Spotted: fresh-faced 'Evening Standard' proprietor Evgeny Lebedev, having lunch at a top London eatery with 'GQ' editor Dylan Jones. Both noted dandies, no doubt they passed the time discussing Gucci man-bags. But who was grooming whom? Having poached one Condè Nast editor, was Evgeny hoping for another? For now, there are no vacancies, but redundancies at the 'Standard' are on the cards. Dylan paid, so we conclude that he was softening Evgeny up for a 'GQ' profile.
Book battle was a mere accident
Turmoil at the 'Standard' has taken its toll at the most senior level. Staff report that as they filed out of one fraught meeting, they thought they noticed a minor agitation in the editor's ante-room, in the shape of an airborne book. Contrary to some of the more outlandish versions of the story, executive editor Anne McElvoy, who had been seeking help from one of the editor's secretaries as she sought to juggle childcare arrangements, is able to reassure me she merely "dramatically dropped a book" from her desk.
You can't keep them from work
Much of Britain has been enjoying a skive but not the staff of Associated. When Tubes and buses ground to a halt, Becky Barrow, business correspondent at the 'Daily Mail', walked into the Kensington office from Hammersmith despite being heavily pregnant. But perhaps the greatest hero was David Gardner, who works in accounts. He lost part of a leg in the 7/7 bombings but managed to battle in from West Hampstead. We salute you!
Guardians of Spears
Hacks at Guardian News and Media have been invited to "search-engine optimisation classes". The idea is to learn how to write copy so that it is picked up by Google, maximising traffic to the paper's website. Staff at the 'Telegraph' have had to do this for some time, and, as one says, "it basically means putting Britney Spears in the intro of every story, regardless of what it's about".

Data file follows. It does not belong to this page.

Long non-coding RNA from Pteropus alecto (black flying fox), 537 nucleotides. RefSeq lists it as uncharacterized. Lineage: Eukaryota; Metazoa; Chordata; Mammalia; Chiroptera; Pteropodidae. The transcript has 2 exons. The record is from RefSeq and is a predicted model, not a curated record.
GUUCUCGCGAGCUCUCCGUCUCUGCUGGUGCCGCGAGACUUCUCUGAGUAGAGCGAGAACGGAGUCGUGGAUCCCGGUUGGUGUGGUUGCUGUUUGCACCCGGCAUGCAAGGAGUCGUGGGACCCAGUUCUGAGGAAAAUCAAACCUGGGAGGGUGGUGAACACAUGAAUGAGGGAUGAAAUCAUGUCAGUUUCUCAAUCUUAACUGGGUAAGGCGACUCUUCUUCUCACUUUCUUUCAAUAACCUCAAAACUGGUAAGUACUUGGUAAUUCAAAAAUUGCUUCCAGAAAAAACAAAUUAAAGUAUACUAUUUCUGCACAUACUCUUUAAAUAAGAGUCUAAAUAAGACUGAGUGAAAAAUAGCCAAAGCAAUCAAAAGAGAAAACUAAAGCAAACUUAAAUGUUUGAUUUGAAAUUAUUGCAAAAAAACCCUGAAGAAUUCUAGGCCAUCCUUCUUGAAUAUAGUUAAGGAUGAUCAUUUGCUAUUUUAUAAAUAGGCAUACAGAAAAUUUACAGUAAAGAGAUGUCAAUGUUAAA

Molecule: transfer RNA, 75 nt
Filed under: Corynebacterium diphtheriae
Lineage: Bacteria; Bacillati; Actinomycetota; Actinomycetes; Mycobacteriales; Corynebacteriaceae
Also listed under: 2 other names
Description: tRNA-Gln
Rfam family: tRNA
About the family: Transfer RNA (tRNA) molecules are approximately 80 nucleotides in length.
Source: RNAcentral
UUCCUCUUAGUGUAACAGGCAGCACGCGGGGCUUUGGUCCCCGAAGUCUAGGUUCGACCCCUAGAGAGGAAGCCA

Final bow for theatre critic
A vacancy for a theatre critic at the 'Sunday Times' is coming up, as I hear Christopher Hart has asked to be relieved of his duties. "It's been great fun but surprisingly time-consuming," he tells me, "I will continue to write elsewhere in the paper, though." Hart has a sideline as a novelist, writing literary fiction in his own name and thrillers under the pseudonym William Napier. He is unlikely to be missed by David Hare, whose recent play he slated.
Tories on alert for mystery woman
Young Tories on Facebook are on high alert after warnings that an undercover 'Mirror' hackette is out to access their embarrassing pictures, by befriending them. Carla Jones, who bills herself as "Conservative, Christian and single", protests her innocence and is championed by blogger Recess Monkey, who says she is a former Central Office worker. So far she has 63 friends, including MPs David Davis and David Whittingdale. We hope to read all about them in the 'Mirror'.